Normally, I don't recommend icebreaker-like activities that aren't directly tied to learning objectives. However, the following activity has been extremely well-received on multiple teams with totally different cultures, and it is remarkably effective at building connections in a ridiculously short time.
What's great about this activity is that it's a "filler" you can use at the beginning or end of a meeting, or as an energizer during a retreat or workshop. It doesn't require anyone to reveal deeply personal things about themselves, and it can create connections within your team in just five minutes.
You'll need a list of questions, which you can get from the web, from this resource I created for a retreat, or just generate it yourself or with your team.
Make sure the questions are unlikely to elicit deeply personal or uncomfortable answers. We're not trying to have a discussion about beliefs or childhood trauma - it's about what cereal everyone ate when they were 5, or their favorite superhero, or which of the Seven Dwarfs they think they most resemble. It's supposed to be slightly frivolous, although it's surprising how much the frivolous can help build connections.
Here are some example questions from the resource linked above to give you the basic idea:
If you could outsource any chore in your personal life, what would it be?
What makes you laugh the most?
What's the most unusual thing you've ever eaten?
Do you collect anything? If so, what and why?
Once you have your list, you'll need a way of randomly selecting them.
- Option 1: Print out the questions and cut the pages into strips, one question per strip, and put the strips in a jar or other container.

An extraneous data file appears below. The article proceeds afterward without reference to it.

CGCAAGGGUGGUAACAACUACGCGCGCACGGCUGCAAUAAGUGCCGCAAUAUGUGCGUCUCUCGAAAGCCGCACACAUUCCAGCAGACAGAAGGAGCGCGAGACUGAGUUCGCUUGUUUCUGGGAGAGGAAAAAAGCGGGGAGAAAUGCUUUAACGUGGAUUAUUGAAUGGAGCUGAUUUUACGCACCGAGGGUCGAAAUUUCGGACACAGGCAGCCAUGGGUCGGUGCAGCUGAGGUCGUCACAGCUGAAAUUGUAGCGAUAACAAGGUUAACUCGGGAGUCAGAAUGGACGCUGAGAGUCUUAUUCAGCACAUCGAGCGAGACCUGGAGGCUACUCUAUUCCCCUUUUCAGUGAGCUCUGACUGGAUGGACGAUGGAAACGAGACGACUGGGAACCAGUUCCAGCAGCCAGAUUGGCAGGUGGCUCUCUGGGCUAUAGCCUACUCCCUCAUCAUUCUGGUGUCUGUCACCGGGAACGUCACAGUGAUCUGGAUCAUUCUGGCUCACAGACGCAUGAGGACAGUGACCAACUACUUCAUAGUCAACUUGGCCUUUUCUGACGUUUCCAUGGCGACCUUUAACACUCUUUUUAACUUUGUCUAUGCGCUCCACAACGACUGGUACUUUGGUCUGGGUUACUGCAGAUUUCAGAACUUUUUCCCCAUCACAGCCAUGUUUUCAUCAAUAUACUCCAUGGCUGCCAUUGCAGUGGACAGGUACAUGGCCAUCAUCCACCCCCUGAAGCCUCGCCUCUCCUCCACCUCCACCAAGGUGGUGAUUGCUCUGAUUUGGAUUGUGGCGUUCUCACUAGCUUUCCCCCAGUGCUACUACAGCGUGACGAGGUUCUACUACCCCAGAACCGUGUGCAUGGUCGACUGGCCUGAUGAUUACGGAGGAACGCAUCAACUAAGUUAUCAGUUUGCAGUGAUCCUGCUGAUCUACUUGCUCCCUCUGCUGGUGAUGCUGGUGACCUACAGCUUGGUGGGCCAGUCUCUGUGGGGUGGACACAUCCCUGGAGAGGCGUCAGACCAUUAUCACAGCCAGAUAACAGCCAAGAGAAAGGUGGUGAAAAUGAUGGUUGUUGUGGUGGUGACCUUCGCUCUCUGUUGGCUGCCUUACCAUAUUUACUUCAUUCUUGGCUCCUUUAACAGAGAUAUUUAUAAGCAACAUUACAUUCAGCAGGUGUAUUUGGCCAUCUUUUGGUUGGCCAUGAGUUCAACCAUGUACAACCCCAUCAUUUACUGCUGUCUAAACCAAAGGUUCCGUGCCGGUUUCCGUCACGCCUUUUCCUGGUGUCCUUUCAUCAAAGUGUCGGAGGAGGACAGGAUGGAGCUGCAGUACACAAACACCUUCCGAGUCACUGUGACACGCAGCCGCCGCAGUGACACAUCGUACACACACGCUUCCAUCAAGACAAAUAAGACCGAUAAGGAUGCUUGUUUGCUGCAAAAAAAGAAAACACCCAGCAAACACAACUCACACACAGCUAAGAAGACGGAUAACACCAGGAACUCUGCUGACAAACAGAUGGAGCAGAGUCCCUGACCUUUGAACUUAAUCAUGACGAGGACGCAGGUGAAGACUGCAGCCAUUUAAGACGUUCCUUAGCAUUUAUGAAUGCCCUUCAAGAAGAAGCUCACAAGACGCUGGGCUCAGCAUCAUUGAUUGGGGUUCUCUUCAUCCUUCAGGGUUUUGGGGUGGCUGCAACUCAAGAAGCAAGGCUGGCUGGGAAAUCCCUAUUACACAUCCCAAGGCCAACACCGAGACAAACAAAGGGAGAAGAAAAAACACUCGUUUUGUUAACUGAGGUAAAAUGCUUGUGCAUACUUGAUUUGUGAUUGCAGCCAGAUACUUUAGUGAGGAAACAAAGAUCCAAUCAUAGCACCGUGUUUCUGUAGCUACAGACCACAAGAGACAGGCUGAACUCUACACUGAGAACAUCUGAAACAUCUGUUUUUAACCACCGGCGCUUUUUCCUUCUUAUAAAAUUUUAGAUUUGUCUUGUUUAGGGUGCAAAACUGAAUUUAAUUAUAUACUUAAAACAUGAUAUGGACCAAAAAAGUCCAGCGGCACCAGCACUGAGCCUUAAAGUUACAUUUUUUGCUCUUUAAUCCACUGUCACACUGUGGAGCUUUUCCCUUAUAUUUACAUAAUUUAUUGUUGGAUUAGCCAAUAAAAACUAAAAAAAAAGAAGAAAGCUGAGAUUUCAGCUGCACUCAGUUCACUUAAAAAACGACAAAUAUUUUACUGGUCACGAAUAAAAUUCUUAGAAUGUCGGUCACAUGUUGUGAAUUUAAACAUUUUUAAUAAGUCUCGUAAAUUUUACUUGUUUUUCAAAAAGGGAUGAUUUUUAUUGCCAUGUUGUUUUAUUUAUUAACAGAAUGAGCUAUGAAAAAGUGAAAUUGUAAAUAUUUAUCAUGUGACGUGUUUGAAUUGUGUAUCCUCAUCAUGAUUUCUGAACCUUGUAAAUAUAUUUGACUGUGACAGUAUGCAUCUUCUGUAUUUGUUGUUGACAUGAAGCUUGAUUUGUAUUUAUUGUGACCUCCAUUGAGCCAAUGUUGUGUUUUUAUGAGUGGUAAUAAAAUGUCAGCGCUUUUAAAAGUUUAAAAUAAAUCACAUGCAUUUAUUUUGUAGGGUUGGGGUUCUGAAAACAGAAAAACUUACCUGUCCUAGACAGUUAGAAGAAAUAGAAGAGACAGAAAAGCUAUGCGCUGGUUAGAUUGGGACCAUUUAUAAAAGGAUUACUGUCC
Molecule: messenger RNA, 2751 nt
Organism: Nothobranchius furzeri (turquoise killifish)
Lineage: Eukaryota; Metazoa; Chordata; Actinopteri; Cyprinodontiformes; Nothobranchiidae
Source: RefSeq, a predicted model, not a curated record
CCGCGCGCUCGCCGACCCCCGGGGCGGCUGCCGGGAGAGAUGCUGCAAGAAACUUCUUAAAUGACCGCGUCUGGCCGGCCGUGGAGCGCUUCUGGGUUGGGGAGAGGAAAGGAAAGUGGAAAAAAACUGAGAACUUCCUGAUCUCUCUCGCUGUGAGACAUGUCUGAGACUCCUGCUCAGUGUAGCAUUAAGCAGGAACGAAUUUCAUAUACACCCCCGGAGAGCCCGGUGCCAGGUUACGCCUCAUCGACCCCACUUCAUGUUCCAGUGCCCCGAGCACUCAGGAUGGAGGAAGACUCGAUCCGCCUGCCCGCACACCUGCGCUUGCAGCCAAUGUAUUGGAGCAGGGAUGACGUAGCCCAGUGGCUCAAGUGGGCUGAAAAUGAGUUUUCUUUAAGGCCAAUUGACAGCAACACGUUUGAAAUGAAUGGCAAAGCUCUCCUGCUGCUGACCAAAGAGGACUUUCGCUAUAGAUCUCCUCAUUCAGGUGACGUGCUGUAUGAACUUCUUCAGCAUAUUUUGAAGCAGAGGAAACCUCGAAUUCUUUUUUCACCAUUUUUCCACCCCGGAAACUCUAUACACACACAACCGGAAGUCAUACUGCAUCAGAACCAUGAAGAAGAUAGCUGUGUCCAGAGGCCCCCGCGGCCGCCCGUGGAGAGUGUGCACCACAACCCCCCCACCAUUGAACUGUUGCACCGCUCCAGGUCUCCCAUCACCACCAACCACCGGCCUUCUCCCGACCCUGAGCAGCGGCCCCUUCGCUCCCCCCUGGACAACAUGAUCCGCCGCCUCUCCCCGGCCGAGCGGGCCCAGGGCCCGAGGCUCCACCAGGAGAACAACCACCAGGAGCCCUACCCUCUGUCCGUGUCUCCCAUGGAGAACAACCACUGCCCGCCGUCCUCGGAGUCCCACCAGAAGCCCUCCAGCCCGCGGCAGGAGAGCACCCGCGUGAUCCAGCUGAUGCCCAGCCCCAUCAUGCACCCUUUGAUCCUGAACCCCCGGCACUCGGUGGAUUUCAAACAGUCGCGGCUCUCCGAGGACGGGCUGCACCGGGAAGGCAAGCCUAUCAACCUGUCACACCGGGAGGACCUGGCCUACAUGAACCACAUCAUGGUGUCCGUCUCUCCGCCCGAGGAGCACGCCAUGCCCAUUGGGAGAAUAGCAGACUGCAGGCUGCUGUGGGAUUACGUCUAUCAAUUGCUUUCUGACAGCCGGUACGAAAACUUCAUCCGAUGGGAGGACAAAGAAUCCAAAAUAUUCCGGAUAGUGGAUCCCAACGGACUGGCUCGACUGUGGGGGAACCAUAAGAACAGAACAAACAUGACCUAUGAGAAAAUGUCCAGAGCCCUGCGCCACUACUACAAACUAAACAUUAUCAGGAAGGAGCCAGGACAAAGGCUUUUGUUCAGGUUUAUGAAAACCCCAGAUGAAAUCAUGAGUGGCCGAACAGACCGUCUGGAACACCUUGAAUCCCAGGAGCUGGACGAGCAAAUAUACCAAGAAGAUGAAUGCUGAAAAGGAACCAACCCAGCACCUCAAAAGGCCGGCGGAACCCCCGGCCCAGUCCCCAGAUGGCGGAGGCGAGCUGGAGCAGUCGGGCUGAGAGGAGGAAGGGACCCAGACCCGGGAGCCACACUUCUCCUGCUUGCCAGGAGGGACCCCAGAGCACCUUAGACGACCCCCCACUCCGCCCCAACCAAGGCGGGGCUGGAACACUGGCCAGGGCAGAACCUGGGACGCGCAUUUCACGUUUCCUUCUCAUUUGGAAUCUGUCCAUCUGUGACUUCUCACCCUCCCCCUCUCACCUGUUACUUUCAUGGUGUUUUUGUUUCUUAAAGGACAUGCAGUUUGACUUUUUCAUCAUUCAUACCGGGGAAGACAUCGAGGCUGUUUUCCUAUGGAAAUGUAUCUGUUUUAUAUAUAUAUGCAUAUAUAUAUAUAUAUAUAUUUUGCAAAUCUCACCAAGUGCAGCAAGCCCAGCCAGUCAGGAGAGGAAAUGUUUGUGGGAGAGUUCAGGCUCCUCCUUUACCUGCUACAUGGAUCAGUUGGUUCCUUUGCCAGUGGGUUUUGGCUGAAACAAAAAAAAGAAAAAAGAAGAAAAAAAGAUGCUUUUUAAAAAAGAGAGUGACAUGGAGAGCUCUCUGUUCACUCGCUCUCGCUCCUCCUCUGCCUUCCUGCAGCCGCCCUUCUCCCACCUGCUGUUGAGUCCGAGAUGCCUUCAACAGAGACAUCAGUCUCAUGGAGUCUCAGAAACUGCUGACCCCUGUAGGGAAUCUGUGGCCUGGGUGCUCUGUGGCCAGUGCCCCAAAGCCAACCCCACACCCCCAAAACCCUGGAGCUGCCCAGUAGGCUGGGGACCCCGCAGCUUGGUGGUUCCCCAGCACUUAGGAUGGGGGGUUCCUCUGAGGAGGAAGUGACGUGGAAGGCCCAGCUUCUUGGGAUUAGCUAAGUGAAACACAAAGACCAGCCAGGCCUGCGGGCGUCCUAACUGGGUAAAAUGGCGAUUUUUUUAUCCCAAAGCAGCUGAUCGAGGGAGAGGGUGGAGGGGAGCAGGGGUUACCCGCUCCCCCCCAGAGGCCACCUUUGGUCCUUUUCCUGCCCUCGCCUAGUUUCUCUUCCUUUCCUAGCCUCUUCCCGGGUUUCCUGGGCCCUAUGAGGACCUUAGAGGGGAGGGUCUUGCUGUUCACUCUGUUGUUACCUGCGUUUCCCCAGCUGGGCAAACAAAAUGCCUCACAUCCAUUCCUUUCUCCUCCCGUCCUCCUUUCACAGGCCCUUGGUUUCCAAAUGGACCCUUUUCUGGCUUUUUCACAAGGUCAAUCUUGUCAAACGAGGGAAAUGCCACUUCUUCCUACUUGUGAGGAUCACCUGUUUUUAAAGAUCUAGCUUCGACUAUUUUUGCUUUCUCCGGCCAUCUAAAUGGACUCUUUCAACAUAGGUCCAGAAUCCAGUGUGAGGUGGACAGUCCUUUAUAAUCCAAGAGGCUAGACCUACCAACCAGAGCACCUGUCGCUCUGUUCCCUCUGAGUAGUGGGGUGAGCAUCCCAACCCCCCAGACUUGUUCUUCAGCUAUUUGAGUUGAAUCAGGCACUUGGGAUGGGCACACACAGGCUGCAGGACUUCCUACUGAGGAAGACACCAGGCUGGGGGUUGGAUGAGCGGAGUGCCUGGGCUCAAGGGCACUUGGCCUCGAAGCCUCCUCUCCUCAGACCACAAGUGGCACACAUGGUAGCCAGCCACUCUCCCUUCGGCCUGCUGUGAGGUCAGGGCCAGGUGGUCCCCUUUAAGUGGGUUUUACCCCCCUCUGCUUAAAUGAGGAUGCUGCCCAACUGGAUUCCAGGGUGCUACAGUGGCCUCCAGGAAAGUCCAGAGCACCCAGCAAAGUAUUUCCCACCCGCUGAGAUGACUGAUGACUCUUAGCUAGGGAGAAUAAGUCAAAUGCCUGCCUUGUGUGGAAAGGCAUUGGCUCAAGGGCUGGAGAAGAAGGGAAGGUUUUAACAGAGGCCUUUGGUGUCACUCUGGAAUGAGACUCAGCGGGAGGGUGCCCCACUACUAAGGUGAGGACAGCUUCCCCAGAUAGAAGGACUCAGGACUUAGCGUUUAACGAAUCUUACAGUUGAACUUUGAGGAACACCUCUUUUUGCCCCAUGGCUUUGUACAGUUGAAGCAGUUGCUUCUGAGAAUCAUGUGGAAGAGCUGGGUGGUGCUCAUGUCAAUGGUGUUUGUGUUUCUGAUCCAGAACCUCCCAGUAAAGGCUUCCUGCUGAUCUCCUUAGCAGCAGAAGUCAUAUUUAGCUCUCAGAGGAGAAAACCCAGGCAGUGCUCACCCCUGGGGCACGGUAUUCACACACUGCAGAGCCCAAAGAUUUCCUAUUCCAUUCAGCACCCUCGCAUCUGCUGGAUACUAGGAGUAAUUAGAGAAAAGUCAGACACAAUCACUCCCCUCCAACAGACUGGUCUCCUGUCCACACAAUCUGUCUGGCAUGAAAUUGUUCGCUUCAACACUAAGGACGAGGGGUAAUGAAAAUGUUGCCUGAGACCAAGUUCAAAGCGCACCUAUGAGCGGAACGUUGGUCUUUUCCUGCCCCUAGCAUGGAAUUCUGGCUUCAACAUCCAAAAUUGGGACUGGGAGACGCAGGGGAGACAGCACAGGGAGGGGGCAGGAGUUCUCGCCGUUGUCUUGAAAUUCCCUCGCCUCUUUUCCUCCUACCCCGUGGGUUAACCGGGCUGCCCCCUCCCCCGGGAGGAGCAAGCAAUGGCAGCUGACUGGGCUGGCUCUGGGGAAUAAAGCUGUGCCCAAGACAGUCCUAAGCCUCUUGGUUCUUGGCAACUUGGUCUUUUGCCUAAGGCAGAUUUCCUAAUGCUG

- Option 2: Number the questions in the list and have someone on the team pick a number to pick the question.
I prefer option 1, because I like to give the person who selects the question the option to skip it and pick another one if they want, but the second option is easier to manage if you're going to do this at every team meeting.
- In the meeting or session (this can be great right before a break, too), have someone from the team select a question. They can pick it from the container if you've used option 1, or pick a number if you've used option 2.
- The team member reads the question to the group. If you're doing this before a break, let them think about it over the break and answer when they come back. If you're doing it during a meeting, give everyone a few moments to think about their answer and let them answer as they're ready.
- Each member of the group answers the question. They can provide as little or as much context as they want.
That's it! It's really that simple. Sometimes the answers will funny, sometimes they will just be mildly interesting, but over time, the team will know more about each other and have identified commonalities that wouldn't ordinarily come up at work.
If you want to repeat the process with another question, have a different team member select the next one. Or, just move on to your primary agenda. I don't recommend doing too many questions, as part of the fun is doing this over time and retaining some of the novelty of the activity.
The beauty of this activity is that it is very short and simple, and yet it can help members of the team who don't think they have anything in common find things that they never knew they shared with each other, and it can also help people to understand each other a little bit better.